Woman’s many acts of kindness help connect Hindu temple with community

Sunita Agarwal believes that acts of kindness can be the bridge that helps unite area communities.

Agarwal, a psychiatrist who has served on the board for the Hindu Temple of Dayton in Beavercreek for four years, was elected its president earlier this year. She emigrated to the United States from India in 1979 for an internship at Miami Valley Hospital.

During her decades in the community, she has organized and led numerous programs that benefit Hindu and Greater Dayton communities with the hope that they will lead many people to learn what people at the Hindu Temple do, what Hinduism is about and what its culture stands for.

She said she volunteers to help in programs throughout the Dayton area because she sees herself as a liaison between the Indian community and the community at large.

“I come across so many people who don’t know about these programs, so when they look at my example and they learn about it, and if they have interest, then they are able to take part in it,” she said.

One program she started enhances a value emphasized in Hindu traditions: Guru Vandana, or “honoring teachers.”

“The teachers, they are getting paid for what they do, but the knowledge and the education they provide is beyond their compensation,” she said. “It is a life-building thing. We believe in that.”

Credit: JIM NOELKER

Credit: JIM NOELKER

Another Hindu Temple of Dayton program that Agarwal created stresses the Hindu value of Raksha Bandhan, which means “knot of protection” and emphasizes honoring protectors such as area police and fire departments.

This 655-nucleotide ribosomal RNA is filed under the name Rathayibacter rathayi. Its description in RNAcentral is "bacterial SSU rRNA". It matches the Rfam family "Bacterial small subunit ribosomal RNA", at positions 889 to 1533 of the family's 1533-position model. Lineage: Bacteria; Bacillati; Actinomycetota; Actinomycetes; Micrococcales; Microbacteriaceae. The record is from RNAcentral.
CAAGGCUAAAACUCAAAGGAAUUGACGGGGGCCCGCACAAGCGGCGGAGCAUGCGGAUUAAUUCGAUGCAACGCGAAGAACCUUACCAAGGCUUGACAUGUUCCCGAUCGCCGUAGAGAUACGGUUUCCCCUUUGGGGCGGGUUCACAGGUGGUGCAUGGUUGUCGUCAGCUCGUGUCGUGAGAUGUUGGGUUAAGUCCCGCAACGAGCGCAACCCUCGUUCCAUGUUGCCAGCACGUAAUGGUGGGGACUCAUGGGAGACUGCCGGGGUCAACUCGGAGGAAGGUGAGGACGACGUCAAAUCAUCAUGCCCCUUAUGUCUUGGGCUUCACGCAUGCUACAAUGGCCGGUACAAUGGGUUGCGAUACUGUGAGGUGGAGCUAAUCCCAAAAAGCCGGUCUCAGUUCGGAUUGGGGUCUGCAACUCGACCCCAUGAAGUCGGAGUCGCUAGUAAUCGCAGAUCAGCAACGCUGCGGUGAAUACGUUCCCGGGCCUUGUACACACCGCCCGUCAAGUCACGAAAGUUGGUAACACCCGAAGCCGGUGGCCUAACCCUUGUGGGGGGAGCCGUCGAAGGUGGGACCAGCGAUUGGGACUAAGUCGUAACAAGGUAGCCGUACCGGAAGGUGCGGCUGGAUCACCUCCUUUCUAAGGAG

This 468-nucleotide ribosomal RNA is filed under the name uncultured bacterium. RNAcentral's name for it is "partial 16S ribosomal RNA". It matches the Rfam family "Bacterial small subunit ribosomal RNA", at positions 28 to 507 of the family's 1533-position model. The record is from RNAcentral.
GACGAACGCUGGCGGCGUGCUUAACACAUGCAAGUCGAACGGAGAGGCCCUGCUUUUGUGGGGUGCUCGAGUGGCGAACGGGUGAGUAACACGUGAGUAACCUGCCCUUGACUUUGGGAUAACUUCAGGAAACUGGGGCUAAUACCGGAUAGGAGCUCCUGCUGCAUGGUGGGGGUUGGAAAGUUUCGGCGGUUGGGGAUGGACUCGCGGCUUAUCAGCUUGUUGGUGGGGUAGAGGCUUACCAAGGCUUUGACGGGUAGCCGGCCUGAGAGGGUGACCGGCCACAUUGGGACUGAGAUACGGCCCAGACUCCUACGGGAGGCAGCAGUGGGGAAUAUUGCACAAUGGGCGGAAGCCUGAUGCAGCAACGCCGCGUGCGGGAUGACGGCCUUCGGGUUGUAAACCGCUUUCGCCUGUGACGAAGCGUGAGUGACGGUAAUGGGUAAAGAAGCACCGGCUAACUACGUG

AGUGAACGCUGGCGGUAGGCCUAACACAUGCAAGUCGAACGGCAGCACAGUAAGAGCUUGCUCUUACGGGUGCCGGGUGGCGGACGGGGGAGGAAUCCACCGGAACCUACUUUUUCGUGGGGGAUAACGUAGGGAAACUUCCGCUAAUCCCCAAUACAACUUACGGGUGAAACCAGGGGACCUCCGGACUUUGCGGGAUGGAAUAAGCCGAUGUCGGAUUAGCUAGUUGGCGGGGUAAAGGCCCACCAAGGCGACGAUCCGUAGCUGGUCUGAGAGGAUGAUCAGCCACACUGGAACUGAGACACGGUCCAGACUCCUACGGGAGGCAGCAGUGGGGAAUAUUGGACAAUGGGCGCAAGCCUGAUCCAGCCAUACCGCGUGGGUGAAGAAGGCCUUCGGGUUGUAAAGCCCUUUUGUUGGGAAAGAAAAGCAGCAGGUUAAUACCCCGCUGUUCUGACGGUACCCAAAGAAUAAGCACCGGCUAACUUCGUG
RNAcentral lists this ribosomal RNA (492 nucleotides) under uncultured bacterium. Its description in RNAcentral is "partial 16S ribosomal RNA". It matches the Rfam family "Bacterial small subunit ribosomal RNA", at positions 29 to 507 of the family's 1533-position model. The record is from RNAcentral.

“These are deserving people and every day they sacrifice for us,” she said. “They need to be respected.”

Agarwal also has organized Hindu Temple efforts that have helped the community at large. Manav Seva involves donation of groceries to the poor and needy and financial help to single, unemployed women in difficult financial times, she said. Charitable contributions go to The Foodbank of Dayton.

Another program she developed under the auspices of Hindu temple leadership is a meditation and yoga program that takes place free of charge online from 8:30 to 10 a.m. each Sunday morning for all members of the community.

She created an Adopt-a-Nurse program for St. Leonard Nursing Home and Kettering Health during the start of the COVID-19 pandemic and encouraged friends of all backgrounds to participate.

“The hospital-based nurses who were being challenged or being exposed and not knowing how to treat the COVID patients, we would call them, listen to their stories, provide them support, make gift baskets for them and give it to them from a distance,” she said.

Agarwal said she creates such programs because “it’s not within the scope of every one’s resources that they can initiate.”

Credit: JIM NOELKER

Credit: JIM NOELKER

She also volunteers for the charitable efforts of numerous programs throughout the area, including For Love of Children (FLOC), and Miami Valley Association of Physicians of Indian Origin.

Agarwal also is part of the Hindu Temple’s support for the Food for The Journey program. She is galvanizing temple support of the Zero Hunger campaign in Dayton, which is slated to take place Oct. 1 and involves packaging meals for a few thousand families.

Agarwal also is planning and leading the Hindu Heritage Month Celebration in Dayton throughout the month of October to share Hindu culture with the Greater Dayton community. Part of that program will include honoring area teachers, police and firefighters.

“We want to share what we bring from the Hindu culture, our heritage ... our value system,” she said.

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